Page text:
Tintin and Snowy Go to the Museum: Pompidou Center Pays Homage to Hergé

The adventures of Tintin and Snowy turned comic books into an art form. Now their creator Hergé is being honored by a mega-exhibition in Paris. On show are drawings, illustrations and recordings -- and documents of political controversies.

Comic fans across the globe have grown up with the intrepid adventures of Tintin and his furry friend Snowy. They know by heart Captain Haddock's drunken rants ("Billions of billious barbecued blue blistering barnacles!") and antiquated curses ("Anthropithecus!", "Cyclotron!"). The tales, which also feature the absent-minded Professor Calculus and the bumbling Thompson twins, have been a favorite with readers for over 70 years.

Hergé, the Belgian creator of Tintin, paved the way for comic books -- not only as an art form, but also as a political forum. Earlier this year the Dalai Lama honored the artist with the Light of Truth award for "Tintin in Tibet." The exiled spiritual leader of Tibet said Hergé had managed to bring the problems of his country to a new public.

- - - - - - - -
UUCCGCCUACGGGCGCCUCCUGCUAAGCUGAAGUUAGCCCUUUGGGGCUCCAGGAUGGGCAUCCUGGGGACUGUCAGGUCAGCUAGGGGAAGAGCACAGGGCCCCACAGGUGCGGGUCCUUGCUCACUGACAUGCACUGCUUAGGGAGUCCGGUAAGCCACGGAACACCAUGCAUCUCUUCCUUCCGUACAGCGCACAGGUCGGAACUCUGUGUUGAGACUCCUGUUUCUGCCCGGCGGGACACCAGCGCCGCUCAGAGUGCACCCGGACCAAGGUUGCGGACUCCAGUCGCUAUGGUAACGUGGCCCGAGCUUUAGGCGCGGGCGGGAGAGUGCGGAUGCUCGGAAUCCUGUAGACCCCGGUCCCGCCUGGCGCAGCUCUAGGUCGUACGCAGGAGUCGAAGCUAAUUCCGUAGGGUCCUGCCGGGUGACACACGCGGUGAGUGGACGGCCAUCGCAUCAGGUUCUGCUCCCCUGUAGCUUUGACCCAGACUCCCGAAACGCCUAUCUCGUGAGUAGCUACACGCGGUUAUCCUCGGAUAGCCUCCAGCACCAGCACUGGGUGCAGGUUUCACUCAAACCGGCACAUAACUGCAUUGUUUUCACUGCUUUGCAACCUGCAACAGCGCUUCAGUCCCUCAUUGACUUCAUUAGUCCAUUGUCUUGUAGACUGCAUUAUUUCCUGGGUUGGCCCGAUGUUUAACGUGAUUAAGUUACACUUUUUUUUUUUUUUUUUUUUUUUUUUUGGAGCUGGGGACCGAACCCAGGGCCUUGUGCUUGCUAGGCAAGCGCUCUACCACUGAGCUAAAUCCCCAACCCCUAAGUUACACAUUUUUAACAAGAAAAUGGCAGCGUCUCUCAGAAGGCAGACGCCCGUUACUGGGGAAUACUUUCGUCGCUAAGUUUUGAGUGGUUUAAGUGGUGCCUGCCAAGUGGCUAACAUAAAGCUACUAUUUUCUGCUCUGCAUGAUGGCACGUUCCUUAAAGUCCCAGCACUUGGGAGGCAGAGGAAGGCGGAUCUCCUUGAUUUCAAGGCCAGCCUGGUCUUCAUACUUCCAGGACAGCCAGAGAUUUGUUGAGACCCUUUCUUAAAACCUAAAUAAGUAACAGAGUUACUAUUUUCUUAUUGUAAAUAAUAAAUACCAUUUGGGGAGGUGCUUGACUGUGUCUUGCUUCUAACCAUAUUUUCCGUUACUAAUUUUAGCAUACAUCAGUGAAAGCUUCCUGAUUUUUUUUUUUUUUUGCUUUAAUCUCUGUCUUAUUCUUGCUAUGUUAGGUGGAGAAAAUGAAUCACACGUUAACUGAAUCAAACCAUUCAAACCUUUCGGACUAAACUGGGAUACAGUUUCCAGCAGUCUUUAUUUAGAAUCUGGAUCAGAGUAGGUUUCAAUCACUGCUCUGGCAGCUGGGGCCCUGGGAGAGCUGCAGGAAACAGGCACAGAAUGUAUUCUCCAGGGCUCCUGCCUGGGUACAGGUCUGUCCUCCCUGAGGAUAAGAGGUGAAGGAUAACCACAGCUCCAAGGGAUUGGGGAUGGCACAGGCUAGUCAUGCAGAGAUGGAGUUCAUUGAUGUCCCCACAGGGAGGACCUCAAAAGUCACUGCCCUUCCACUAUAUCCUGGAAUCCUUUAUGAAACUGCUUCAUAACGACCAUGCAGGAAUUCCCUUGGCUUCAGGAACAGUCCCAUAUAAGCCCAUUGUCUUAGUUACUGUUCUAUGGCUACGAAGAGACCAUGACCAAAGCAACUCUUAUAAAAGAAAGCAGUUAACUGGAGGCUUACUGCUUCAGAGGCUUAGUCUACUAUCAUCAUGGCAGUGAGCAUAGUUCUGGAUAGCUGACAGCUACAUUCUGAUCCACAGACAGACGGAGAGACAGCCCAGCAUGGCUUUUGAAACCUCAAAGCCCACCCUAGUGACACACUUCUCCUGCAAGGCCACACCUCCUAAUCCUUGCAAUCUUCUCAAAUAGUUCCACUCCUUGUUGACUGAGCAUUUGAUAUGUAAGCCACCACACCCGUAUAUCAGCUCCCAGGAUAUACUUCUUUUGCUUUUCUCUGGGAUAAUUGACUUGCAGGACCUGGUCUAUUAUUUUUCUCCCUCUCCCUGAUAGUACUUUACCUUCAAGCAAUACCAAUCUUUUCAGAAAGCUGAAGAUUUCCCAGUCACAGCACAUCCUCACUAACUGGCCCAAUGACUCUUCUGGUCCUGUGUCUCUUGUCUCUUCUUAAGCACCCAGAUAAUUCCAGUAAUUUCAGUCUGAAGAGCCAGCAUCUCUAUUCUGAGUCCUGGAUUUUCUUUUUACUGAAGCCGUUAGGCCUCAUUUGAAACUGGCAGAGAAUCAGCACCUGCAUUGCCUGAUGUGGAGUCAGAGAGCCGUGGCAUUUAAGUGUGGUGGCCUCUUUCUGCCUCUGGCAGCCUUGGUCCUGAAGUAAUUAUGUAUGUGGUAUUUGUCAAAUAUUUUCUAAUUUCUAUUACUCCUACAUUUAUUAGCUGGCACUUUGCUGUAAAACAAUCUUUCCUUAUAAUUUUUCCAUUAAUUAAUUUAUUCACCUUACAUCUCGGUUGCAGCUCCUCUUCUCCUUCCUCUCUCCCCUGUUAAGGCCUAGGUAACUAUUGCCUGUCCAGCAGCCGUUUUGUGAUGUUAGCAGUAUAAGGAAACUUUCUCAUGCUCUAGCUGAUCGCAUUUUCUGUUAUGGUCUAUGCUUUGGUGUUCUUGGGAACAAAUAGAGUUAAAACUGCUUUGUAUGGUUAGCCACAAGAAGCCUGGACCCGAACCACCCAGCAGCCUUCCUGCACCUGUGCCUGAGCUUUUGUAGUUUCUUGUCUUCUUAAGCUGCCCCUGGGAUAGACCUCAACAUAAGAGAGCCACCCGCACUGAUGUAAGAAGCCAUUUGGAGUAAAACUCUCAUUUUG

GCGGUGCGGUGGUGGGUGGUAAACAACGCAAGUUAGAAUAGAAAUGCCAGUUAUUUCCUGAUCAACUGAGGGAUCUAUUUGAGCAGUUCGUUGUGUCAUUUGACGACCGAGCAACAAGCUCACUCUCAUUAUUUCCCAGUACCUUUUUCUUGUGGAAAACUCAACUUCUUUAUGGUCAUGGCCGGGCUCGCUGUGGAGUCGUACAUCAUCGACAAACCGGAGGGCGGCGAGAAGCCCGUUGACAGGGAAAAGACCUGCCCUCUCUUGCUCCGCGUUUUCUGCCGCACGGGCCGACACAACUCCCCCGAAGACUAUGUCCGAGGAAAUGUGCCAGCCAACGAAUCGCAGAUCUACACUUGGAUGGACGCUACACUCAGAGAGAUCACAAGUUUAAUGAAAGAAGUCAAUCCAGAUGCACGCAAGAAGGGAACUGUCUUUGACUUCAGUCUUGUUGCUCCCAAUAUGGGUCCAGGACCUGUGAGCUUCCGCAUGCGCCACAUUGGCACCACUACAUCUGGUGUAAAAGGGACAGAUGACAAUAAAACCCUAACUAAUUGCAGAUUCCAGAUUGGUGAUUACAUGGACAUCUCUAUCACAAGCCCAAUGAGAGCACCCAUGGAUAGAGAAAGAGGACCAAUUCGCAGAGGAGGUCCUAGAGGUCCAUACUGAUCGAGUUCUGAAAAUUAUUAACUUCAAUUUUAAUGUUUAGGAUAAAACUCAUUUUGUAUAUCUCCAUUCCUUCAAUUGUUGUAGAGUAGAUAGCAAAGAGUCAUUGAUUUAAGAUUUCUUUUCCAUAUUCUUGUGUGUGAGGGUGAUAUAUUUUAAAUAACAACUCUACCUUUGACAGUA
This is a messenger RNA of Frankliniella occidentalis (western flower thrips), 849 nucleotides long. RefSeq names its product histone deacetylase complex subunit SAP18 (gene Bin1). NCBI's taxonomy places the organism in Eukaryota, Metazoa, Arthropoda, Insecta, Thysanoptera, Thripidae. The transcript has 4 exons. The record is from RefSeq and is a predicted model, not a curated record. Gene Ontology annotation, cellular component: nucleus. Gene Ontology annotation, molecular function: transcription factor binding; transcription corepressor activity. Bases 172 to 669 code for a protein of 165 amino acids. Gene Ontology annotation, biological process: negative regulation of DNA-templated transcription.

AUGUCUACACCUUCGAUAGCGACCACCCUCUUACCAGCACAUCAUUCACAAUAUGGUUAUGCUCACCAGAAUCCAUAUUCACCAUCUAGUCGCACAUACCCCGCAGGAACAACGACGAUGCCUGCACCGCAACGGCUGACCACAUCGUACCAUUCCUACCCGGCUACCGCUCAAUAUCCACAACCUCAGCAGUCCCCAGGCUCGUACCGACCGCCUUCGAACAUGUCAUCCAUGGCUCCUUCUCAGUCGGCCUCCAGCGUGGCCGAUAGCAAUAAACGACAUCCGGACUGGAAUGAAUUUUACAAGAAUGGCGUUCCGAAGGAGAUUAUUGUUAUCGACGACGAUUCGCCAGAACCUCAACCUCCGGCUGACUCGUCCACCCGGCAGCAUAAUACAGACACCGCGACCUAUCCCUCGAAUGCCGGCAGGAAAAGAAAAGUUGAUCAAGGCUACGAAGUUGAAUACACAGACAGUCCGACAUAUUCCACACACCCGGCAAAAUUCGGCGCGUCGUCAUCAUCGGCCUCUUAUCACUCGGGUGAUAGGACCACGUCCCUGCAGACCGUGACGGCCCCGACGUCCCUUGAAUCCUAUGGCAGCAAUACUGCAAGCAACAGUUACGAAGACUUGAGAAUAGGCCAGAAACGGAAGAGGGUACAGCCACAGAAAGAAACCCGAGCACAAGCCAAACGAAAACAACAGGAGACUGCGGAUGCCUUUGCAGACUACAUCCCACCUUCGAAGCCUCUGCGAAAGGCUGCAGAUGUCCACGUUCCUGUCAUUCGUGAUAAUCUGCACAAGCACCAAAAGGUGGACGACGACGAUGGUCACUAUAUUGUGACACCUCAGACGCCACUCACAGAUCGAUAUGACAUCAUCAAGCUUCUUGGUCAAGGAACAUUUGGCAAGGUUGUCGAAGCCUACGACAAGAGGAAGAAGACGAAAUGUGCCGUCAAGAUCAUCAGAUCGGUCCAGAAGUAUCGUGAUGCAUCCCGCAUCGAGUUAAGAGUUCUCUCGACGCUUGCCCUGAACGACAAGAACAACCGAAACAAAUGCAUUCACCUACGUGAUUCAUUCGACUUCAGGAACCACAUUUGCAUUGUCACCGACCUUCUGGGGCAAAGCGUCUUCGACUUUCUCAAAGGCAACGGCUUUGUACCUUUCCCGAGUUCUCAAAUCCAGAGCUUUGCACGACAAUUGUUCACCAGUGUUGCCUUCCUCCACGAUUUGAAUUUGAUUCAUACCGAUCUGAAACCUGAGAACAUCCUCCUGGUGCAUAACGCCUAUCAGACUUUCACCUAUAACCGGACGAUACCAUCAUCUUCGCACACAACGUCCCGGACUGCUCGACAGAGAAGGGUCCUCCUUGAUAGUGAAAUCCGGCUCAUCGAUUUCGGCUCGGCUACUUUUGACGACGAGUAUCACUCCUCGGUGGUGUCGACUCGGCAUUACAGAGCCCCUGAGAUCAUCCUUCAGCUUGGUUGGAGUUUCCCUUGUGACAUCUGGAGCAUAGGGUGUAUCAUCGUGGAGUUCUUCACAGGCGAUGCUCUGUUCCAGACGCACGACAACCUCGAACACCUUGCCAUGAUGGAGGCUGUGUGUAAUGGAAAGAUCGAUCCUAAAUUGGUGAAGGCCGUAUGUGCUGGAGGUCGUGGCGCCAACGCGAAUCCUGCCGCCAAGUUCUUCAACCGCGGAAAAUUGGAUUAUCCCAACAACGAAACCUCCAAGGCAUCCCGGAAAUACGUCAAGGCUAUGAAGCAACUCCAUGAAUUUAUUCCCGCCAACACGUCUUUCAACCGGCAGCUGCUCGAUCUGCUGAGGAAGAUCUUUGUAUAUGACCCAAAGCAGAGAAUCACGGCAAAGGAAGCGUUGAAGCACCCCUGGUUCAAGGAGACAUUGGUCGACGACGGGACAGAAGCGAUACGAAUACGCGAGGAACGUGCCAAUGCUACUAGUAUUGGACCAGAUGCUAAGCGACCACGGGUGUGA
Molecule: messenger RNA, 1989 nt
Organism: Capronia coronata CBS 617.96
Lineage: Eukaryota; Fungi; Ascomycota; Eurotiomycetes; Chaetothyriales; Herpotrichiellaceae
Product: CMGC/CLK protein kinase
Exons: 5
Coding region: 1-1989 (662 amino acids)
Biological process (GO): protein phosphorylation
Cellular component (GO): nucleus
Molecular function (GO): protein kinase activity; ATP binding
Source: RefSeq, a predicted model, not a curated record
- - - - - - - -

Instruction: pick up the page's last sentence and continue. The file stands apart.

Now the Pompidou Center in Paris is putting on a comprehensive exhibition to mark the 100th anniversary of the artist's birth. More than 300 original drawings are on show. At its core are 124 works from "The Blue Lotus" album of 1934, in which the adventurous reporter and his four-legged friend fight an opium-smuggling ring in China.

On the outside wall of the Pompidou a massive placard hangs of the famous red and white chequered rocket from the "Destination Moon" series. The exhibition includes artists notes, recordings and self-portraits and it also deals with the accusations that the comics contained clichéd and anti-Semitic representations. The catalog includes a letter Hergé wrote in reply to a reader, who had criticized him for portraying Tintin's adversary in 1942's "The Shooting Star" as a Jewish banker.

Hergé, who described his drawing style as "clear line," has been a role model for comic illustrators throughout the world. He was born as George Remi on May 22, 1907 in the town of Etterbeek, now part of Brussels. For a pseudonym, he chose his initials backwards and spoken in French: "RG."

There are a number of other centenary exhibitions planned for the coming year under the slogan "Hergé 007." Canada already has its own homage to the Belgian artist and Brussels is putting on a "Hergé and Art" show in March, and is sending its "Tintin and Cars" exhibition to Barcelona in May. Even the Maritime Museum in Stockholm is honoring the artist -- with an exhibition entitled "Tintin, Haddock and the Ships."

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